Happy Friday!

I just stopped by to update my progress on the novel, and I thought that perhaps this would be a good time for a post.  In fact, I’m going to try and make this my Friday habit: Friday will be blog day.  I would really like to be more prolific with the blog, however, no one reads it… and I have a very narrow time where I get to write — very narrow.  I work full-time, I’m married, and I have two small kids (8 and soon to be 5), and what ever time is left over after work, husband-hood, and fatherhood is where I get to work on my book.  I often have to snatch time out of thin air, so composing on my smart phone on the bus going to or coming from work is no uncommon thing for me.

My wife just instituted a nightly walk; we go to the nearby park and make three laps around the walking trail which sums up to a little over one mile’s worth of walking.  I like this really because I get to spend time with the family, we get some exercise (I’m rather thick in the middle… a hazard of a primarily sedentary lifestyle), and I get a good chunk of relatively quiet time to contemplate the novel.  I’ve had to make some room in my writing schedule for the nightly walk (it’s only two days old at this point), and I got to thinking that writing schedules might make a good topic for a blog post… and I’m here now, so what the hell… away we go.

I’ve never been a very organized writer, and that speaks volumes to my level of success (which, by the way, is none at all… but then I haven’t ever made a true effort either, so that speaks the other volumes in the set), in fact over the time I’ve been writing I’ve mostly ever written for my own amusement, and still do.  I fancied myself a “seat of the pants” type writer; in fact, back when I wrote poetry (knock it off, we all did at sometime or another, and dollars to doughnuts, I bet it was because of girl), I went from composing structured and metered poems like sonnets, to free verse scrawled in a composition book.  Why?  Because I fancied myself a “seat of the pants-er.”  Joke’s on me: I’m not.

Since this is starting to take on the tone of a confession, I should also mention that I made a number of previous attempts to write novels and they all failed; let me find a soapbox, so I can testify.  This was my novel writing approach: I wrote a first sentence, read it back to myself, and then started writing thinking in my supreme foolishness that I would be able to keep it going for 300 or so pages.  Hahahahahahahahaha!!!  What a dumb-ass!  Believe it or not, the furthest I ever got was six chapters… six measly chapters, if we’re being completely honest (and I am, you’ll just have to take my word for it), of about six or seven pages each.  Laughable! but I seriously thought, “dude, I’m the next Raymond Chandler.”  And therein is another thing…

I love genre fiction.  I have a degree in English Literature, and I was miserable the whole time I was in school because they had me reading all this literary fiction bullshit while filling my head with garbage about the literary canon and literary criticism theory: I wanted to fucking blow chunks all over the place. (An aside: Whoa, don’t get all panties-twisted now; there’s a lot of literature I love and respect, but I just don’t see the value of studying literature like it’s meant to be kept on some marble pedestal.  I value my education, but the guidance counselor was right: I should have studied Chemistry. End aside…)  I read for entertainment, and because I want to close the book at the end and say, “Wow, that was absurdly fucking cool!”  Only a very scant few literary fiction books have made me do that, but the majority of genre fiction books I’ve read illicit a response at least approaching this.  Back on topic: even in the genre fiction court I had to learn that, though I love Mysteries, I can’t write them; though I love Science Fiction, I can’t write it… thus the next big step was figuring out what I could write.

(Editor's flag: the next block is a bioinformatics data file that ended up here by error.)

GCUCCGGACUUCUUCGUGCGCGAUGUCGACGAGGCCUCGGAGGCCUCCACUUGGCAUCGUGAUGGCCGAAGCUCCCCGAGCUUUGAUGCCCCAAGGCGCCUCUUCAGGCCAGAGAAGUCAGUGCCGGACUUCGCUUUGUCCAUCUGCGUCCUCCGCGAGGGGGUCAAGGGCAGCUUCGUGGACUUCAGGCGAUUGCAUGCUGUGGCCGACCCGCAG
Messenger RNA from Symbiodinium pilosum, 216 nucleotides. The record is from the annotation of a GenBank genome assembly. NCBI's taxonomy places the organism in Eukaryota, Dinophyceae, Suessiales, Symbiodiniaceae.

So to recap the post so far: we’ve learned that my lack of organization and my incorrect perception of myself as a writer were preventing me from making any progress.  This has likely happened to you, or is happening to you now; so this isn’t all about me — I’m just an anecdotal element in this post because I don’t mind making a fool of myself in public.

So what the hell does any of this have to do with writing schedules?

I’m glad you asked, I was just getting to that… When I started writing my novel last September/October (I honestly can’t remember when I started.  I have notes dated in September, but I can’t recall if I started writing then or in October…), I decided that, unlike previous attempts at long fiction, this time I was going to do some planning and that I might even do (eek!) an outline.  Holy shit, yeah; now we’re getting fancy…  Now, I didn’t know thing one about creating an outline for a novel (and to be perfectly honest, I never made outlines for my papers in school… I wrote the paper, and then bullshitted an outline afterwards…) but I work in a library, so getting material with which I could inform myself was pretty easy.  Oh yeah, and then there’s that whole inter-web thing… that wilderness of information and pornography.  Suffice it to say, I figured it out… but the outline thing… well… I just didn’t take a shine to it, so instead I just created a broad plot, and broke the plot down into acts, like in a play.  I also read a bunch of books on magic, because I was writing a fantasy novel (Urban Fantasy, to be exact) so I wanted to have a good idea of what people have written about magic (I can’t say anything more without giving stuff away, and I’m not giving anything away — I hate spoilers, and I’m very superstitious about talking too much about what I’m working on).  I did my homework and then I felt ready to write.